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Chronic reactive oxygen species (ROS) production by mitochondria may contribute to the development of insulin resistance, a primary feature of type 2 diabetes. In recent years it has become apparent that ROS generation in response to physiological stimuli such as insulin may also facilitate signaling by reversibly oxidizing and inhibiting protein tyrosine(More)
Protein tyrosine phosphatase 1B (PTP1B) is a ubiquitously expressed enzyme shown to negatively regulate multiple tyrosine phosphorylation-dependent signaling pathways. PTP1B can modulate cytokine signaling pathways by dephosphorylating JAK2, TYK2, and STAT5a/b. Herein, we report that phosphorylated STAT6 may serve as a cytoplasmic substrate for PTP1B.(More)
The proinflammatory cytokine tumor necrosis factor (TNF) modulates cellular responses through the mitogen-activated protein kinase (MAPK) and nuclear factor-kappaB (NF-kappaB) signaling pathways, but the molecular mechanisms underlying MAPK activation are unknown. T cell protein tyrosine phosphatase (TCPTP) is essential for hematopoietic development and(More)
Inositol polyphosphate 4-phosphatase-II (INPP4B) is a regulator of the phosphoinositide 3-kinase (PI3K) signaling pathway and is implicated as a tumor suppressor in epithelial carcinomas. INPP4B loss of heterozygosity (LOH) is detected in some human breast cancers; however, the expression of INPP4B protein in breast cancer subtypes and the normal breast is(More)
Tyrosine phosphorylation-dependent signaling, as mediated by members of the epidermal growth factor receptor (EGFR) family (ErbB1 to -4) of protein tyrosine kinases (PTKs), Src family PTKs (SFKs), and cytokines such as interleukin-6 (IL-6) that signal via signal transducer and activator of transcription 3 (STAT3), is critical to the development and(More)
Many autoimmune diseases exhibit familial aggregation, indicating that they have genetic determinants. Single nucleotide polymorphisms in PTPN2, which encodes T cell protein tyrosine phosphatase (TCPTP), have been linked with the development of several autoimmune diseases, including type 1 diabetes and Crohn's disease. In this study, we have identified(More)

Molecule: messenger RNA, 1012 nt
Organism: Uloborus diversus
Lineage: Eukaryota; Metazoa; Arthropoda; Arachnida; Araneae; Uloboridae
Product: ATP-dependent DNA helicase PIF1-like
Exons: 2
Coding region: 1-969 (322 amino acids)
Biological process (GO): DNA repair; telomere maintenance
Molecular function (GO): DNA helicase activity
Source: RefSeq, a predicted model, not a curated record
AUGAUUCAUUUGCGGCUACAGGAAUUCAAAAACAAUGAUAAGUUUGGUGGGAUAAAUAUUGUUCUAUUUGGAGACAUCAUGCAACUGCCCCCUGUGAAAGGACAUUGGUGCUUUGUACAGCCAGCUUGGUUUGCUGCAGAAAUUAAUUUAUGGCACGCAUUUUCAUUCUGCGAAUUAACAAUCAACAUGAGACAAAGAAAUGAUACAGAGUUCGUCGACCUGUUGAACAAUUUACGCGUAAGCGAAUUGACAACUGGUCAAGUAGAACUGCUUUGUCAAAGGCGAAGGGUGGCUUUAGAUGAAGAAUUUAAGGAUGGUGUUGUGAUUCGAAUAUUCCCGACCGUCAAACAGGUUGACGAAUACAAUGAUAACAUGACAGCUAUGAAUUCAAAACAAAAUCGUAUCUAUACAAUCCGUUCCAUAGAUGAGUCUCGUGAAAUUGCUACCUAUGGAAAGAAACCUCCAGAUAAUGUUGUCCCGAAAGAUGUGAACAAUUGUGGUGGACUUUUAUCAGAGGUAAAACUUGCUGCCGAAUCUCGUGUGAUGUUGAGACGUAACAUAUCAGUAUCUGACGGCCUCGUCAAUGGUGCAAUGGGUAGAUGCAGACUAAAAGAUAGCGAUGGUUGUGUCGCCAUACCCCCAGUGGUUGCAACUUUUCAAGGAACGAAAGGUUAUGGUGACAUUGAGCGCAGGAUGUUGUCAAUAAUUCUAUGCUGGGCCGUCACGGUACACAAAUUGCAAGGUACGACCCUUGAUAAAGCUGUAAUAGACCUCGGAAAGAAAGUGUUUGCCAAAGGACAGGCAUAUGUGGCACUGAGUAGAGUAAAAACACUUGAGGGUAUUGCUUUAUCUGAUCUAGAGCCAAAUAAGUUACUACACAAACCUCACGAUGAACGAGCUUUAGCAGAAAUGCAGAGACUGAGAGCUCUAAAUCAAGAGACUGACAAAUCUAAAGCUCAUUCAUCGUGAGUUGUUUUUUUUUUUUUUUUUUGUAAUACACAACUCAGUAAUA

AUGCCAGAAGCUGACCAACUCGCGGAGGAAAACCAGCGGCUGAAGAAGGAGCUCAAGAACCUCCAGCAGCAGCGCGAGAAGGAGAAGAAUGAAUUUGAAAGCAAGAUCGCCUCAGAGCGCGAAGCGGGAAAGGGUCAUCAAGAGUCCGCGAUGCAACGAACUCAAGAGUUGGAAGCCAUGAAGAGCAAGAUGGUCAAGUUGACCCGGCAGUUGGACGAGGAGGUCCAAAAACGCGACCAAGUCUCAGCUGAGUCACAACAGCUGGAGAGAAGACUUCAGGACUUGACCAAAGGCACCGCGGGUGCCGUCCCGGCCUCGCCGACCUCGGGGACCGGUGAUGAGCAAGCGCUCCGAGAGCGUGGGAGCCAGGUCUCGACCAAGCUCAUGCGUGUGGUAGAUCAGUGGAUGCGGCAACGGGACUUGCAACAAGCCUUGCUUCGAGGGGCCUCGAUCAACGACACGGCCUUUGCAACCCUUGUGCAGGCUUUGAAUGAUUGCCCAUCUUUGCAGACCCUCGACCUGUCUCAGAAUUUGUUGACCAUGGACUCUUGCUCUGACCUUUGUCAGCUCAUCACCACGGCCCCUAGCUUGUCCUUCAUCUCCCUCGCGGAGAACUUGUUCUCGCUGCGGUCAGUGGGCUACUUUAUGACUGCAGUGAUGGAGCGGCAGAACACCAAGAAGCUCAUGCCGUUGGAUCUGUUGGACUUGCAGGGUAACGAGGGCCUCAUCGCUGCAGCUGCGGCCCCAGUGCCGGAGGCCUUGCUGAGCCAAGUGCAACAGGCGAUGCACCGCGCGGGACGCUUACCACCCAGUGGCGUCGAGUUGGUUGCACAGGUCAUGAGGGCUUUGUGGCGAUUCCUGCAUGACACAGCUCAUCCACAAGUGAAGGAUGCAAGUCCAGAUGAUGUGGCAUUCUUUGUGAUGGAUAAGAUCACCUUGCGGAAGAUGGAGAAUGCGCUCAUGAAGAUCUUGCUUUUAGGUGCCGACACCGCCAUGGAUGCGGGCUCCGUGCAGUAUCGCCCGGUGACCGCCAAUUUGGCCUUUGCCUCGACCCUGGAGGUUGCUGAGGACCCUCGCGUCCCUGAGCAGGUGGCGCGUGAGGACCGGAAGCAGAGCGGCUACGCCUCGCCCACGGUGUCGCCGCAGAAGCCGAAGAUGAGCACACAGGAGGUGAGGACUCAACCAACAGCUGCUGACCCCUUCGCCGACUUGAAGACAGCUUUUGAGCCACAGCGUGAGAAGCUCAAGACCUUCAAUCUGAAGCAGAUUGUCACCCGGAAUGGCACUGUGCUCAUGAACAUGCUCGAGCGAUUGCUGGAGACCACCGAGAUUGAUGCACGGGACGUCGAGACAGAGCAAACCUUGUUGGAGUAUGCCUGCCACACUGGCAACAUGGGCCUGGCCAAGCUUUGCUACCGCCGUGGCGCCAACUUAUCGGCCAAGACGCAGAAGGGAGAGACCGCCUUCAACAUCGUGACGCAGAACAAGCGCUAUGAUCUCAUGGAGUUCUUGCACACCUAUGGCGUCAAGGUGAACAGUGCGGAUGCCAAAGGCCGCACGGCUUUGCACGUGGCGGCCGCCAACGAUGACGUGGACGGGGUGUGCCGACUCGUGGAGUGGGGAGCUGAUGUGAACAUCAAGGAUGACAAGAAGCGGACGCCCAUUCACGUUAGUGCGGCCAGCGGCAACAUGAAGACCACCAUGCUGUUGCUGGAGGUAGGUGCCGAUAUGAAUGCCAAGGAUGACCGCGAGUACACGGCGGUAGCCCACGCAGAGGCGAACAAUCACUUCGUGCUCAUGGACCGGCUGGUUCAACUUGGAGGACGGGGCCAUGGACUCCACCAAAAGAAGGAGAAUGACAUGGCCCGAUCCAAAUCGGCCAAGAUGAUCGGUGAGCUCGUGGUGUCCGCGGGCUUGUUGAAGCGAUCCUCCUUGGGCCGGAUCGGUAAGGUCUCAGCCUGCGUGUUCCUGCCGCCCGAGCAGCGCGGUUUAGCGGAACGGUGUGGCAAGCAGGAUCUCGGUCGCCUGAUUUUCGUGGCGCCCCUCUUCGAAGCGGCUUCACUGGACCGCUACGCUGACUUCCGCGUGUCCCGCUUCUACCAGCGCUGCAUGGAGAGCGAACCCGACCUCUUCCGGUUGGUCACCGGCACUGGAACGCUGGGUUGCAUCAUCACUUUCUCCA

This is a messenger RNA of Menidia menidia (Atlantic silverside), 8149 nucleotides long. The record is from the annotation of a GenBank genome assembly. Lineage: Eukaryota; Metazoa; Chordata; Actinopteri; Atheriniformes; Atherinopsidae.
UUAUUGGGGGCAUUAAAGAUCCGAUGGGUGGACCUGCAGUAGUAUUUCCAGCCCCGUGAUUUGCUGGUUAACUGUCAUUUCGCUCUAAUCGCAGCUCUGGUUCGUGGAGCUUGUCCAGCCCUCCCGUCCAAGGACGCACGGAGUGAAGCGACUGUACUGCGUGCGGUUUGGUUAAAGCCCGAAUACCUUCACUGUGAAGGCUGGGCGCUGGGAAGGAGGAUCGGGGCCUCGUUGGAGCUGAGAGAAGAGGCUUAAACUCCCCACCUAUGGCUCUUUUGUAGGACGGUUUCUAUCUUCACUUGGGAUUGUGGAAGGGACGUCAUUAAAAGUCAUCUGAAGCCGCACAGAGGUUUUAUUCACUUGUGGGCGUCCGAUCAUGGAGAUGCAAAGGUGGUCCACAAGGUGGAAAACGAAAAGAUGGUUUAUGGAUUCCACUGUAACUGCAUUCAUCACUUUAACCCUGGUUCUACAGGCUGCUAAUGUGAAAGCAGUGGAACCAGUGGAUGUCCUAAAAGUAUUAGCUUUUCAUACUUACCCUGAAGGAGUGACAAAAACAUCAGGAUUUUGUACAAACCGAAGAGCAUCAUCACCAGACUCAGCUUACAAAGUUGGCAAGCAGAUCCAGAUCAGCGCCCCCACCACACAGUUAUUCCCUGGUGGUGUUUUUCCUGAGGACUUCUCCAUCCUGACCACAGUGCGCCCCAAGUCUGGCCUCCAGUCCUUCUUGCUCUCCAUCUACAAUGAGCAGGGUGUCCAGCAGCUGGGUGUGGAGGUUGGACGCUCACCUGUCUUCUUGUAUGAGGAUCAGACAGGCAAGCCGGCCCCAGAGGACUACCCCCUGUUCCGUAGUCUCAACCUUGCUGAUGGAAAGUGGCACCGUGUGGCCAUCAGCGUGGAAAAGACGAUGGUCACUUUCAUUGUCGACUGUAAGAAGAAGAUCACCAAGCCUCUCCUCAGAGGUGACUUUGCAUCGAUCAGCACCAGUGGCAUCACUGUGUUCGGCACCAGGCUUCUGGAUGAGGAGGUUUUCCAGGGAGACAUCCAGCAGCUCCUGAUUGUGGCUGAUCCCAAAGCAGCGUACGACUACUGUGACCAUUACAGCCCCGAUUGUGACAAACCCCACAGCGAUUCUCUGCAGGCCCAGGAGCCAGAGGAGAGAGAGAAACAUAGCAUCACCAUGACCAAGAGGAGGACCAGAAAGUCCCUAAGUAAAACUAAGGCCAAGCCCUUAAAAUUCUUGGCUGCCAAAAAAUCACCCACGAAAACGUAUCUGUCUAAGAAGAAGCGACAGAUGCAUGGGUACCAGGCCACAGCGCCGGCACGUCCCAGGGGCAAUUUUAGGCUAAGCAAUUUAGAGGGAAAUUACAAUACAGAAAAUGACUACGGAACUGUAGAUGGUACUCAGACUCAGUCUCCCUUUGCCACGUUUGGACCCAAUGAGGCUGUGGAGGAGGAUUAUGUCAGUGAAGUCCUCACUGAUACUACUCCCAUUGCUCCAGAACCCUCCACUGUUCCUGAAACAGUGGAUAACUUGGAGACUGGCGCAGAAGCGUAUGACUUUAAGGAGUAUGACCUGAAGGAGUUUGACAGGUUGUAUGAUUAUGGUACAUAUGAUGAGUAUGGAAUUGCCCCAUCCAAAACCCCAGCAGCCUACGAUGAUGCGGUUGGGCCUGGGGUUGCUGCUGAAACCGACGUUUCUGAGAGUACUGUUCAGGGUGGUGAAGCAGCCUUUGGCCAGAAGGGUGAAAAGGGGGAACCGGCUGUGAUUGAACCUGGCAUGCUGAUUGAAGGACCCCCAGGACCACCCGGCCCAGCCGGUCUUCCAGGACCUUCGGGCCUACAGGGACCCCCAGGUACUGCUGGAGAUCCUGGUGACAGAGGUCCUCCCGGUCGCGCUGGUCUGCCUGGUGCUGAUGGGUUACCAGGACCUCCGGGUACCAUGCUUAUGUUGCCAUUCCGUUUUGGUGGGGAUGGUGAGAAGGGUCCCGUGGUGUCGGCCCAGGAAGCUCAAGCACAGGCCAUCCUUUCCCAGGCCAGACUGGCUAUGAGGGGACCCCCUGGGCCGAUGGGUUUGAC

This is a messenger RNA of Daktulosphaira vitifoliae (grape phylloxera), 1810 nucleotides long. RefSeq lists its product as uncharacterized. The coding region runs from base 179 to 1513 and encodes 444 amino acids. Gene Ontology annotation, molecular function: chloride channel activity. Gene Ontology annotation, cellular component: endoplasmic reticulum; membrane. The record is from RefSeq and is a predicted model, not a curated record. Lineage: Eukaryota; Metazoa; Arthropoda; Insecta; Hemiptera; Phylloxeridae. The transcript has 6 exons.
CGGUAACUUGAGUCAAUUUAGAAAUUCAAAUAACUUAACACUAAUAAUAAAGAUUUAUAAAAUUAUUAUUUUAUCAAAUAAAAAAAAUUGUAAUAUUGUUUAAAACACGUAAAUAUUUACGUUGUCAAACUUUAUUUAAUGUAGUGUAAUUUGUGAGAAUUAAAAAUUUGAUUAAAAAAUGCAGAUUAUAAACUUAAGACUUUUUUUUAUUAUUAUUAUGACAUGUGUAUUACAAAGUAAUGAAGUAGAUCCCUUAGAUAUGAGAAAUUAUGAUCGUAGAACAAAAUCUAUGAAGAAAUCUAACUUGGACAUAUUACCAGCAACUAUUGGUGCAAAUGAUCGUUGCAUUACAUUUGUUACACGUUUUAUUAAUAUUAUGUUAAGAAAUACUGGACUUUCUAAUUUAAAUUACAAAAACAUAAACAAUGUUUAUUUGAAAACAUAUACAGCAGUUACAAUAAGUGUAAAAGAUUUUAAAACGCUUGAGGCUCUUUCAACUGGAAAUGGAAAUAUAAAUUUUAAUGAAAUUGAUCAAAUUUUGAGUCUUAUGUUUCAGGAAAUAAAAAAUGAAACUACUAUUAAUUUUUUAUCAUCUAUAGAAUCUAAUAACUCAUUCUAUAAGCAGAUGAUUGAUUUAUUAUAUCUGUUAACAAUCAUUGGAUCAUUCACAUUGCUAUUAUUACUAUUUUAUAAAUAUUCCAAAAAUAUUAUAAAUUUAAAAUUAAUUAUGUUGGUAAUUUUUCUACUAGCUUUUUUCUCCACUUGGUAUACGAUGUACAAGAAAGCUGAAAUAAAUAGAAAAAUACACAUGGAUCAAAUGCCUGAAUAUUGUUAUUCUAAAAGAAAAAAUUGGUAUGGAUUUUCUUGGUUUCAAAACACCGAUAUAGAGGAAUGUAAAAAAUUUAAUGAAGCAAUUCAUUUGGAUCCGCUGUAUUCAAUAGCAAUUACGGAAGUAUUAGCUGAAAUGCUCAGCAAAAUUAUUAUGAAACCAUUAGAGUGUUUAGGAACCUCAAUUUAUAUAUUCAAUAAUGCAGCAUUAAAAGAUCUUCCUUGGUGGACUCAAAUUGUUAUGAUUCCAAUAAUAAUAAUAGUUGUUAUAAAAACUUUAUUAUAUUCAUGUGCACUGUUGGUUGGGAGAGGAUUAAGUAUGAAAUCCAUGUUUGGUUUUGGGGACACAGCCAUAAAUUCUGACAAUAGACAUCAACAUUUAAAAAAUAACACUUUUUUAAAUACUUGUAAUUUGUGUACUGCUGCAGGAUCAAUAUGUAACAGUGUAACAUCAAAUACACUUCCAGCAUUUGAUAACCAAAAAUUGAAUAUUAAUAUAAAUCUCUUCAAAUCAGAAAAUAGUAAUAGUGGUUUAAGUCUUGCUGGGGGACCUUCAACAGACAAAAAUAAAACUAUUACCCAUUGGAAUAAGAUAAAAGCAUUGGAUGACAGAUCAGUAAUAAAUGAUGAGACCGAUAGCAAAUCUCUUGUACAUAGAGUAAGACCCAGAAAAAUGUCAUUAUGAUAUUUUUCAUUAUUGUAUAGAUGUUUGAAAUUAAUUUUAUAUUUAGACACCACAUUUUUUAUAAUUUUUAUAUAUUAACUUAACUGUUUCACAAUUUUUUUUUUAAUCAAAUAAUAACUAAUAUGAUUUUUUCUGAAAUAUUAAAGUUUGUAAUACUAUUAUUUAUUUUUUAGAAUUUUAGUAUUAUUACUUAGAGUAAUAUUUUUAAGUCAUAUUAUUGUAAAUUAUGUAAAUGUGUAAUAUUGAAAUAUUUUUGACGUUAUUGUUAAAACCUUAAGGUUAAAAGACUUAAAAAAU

Lmo2 is an oncogenic transcription factor that is frequently overexpressed in T-cell acute lymphoblastic leukemia (T-ALL), including early T-cell precursor ALL (ETP-ALL) cases with poor prognosis. Lmo2 must be recruited to DNA by binding to the hematopoietic basic helix-loop-helix factors Scl/Tal1 or Lyl1. However, it is unknown which of these factors can(More)
Lmo2 is an oncogenic transcription factor that is frequently overexpressed in T-cell acute leukemias, in particular poor prognosis early T-cell precursor-like (ETP-) acute lymphoblastic leukemia (ALL). The primary effect of Lmo2 is to cause self-renewal of developing CD4(-)CD8(-) (double negative, DN) T cells in the thymus, leading to serially(More)
Unlike clustered HOX genes, the role of nonclustered homeobox gene family members in hematopoiesis and leukemogenesis has not been extensively studied. Here we found that the hematopoietically expressed homeobox gene Hhex is overexpressed in acute myeloid leukemia (AML) and is essential for the initiation and propagation of MLL-ENL-induced AML but(More)
The Hematopoietically-expressed homeobox transcription factor (Hhex) is important for the maturation of definitive hematopoietic progenitors and B-cells during development. We have recently shown that in adult hematopoiesis, Hhex is dispensable for maintenance of hematopoietic stem cells (HSCs) and myeloid lineages but essential for the commitment of Common(More)
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